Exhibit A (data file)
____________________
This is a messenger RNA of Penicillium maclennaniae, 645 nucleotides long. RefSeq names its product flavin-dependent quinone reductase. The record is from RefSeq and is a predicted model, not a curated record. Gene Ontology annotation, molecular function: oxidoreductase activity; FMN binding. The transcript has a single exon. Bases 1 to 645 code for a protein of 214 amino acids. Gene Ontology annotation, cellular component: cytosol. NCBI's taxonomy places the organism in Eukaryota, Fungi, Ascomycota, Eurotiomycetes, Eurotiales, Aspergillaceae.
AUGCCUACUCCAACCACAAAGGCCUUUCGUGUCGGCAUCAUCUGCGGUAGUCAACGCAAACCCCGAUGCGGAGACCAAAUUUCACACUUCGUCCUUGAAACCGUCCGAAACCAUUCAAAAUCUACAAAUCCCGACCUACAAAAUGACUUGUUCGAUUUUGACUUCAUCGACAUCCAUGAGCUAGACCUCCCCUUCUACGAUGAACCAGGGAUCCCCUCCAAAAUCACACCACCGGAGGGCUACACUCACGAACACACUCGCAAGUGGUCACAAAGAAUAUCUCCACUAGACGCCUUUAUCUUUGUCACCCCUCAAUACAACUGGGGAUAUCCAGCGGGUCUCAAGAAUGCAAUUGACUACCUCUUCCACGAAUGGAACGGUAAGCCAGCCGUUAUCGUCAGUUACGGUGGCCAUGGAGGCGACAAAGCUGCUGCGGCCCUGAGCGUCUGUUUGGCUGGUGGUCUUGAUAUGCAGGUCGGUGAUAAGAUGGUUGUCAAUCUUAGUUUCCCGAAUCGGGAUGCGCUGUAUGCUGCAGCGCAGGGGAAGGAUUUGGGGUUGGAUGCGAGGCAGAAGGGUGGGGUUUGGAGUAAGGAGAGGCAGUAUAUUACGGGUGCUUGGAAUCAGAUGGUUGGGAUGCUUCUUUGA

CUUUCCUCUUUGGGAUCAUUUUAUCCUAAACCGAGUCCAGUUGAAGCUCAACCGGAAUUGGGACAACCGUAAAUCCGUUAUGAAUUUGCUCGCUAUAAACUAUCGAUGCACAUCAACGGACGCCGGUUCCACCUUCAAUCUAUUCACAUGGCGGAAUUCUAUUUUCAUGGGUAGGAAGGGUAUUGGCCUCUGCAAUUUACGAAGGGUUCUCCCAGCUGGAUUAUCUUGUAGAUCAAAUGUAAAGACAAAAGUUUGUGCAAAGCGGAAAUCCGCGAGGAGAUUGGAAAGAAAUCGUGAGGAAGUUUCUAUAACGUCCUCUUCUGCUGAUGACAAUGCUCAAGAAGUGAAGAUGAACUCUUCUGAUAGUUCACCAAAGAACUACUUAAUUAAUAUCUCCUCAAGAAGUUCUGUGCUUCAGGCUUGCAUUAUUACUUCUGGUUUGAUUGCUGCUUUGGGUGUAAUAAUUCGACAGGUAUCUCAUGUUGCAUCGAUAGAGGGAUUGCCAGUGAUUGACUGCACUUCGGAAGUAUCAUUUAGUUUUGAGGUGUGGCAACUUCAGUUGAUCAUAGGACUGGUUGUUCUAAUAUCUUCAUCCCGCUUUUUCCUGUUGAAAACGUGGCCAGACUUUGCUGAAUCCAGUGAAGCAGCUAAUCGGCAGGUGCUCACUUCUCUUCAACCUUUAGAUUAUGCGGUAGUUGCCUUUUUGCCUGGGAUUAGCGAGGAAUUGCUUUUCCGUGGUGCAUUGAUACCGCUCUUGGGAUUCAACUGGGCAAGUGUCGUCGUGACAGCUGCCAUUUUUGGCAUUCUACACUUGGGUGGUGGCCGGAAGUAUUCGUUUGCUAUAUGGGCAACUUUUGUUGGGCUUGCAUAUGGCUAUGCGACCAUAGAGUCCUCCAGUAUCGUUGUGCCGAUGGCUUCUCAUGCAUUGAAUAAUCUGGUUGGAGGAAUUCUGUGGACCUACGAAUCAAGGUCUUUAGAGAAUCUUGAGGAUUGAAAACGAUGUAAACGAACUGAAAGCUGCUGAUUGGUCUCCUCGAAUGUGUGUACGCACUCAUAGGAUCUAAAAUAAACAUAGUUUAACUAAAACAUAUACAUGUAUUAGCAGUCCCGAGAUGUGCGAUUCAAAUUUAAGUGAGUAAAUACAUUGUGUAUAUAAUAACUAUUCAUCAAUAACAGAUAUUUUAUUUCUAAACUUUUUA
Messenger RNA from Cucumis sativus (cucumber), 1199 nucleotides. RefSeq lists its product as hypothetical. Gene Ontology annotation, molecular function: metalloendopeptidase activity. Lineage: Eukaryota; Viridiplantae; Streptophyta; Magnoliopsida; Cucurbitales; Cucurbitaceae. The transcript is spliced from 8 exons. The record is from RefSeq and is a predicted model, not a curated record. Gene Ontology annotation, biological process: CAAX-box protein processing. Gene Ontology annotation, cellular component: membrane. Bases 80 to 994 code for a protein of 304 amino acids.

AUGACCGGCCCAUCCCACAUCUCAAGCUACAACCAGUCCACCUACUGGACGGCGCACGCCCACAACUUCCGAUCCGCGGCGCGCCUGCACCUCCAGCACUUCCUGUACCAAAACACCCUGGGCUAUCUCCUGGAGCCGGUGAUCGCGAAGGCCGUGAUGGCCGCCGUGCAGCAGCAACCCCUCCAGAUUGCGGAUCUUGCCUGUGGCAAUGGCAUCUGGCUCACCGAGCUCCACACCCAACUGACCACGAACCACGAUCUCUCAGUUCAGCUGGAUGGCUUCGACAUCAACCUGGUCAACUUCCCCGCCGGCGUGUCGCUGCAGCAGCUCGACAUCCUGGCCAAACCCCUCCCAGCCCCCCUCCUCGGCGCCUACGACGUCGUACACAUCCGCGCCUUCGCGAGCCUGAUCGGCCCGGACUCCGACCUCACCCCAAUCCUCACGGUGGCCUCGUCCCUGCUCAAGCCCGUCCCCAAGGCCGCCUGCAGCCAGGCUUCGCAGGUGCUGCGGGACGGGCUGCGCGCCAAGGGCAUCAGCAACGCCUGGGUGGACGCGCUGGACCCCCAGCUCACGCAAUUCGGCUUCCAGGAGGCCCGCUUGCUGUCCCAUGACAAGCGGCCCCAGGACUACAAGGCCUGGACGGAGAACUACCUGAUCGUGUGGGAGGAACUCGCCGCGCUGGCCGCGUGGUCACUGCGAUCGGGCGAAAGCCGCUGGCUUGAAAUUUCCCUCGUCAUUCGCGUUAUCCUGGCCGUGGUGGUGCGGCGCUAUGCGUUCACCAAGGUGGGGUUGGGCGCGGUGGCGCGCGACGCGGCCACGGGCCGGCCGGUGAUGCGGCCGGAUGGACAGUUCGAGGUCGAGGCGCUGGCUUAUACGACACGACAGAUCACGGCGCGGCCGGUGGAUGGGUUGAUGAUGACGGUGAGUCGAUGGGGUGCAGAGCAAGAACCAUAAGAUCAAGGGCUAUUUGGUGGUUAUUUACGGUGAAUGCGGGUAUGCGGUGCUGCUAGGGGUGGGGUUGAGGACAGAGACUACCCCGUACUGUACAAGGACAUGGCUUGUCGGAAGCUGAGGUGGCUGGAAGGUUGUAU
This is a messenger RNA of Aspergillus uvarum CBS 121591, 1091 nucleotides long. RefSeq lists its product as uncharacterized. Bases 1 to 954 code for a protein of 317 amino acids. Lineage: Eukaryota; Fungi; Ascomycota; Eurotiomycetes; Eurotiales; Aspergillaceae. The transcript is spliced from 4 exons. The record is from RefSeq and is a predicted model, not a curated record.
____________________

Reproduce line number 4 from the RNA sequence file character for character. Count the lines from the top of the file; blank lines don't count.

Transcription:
Messenger RNA from Cucumis sativus (cucumber), 1199 nucleotides. RefSeq lists its product as hypothetical. Gene Ontology annotation, molecular function: metalloendopeptidase activity. Lineage: Eukaryota; Viridiplantae; Streptophyta; Magnoliopsida; Cucurbitales; Cucurbitaceae. The transcript is spliced from 8 exons. The record is from RefSeq and is a predicted model, not a curated record. Gene Ontology annotation, biological process: CAAX-box protein processing. Gene Ontology annotation, cellular component: membrane. Bases 80 to 994 code for a protein of 304 amino acids.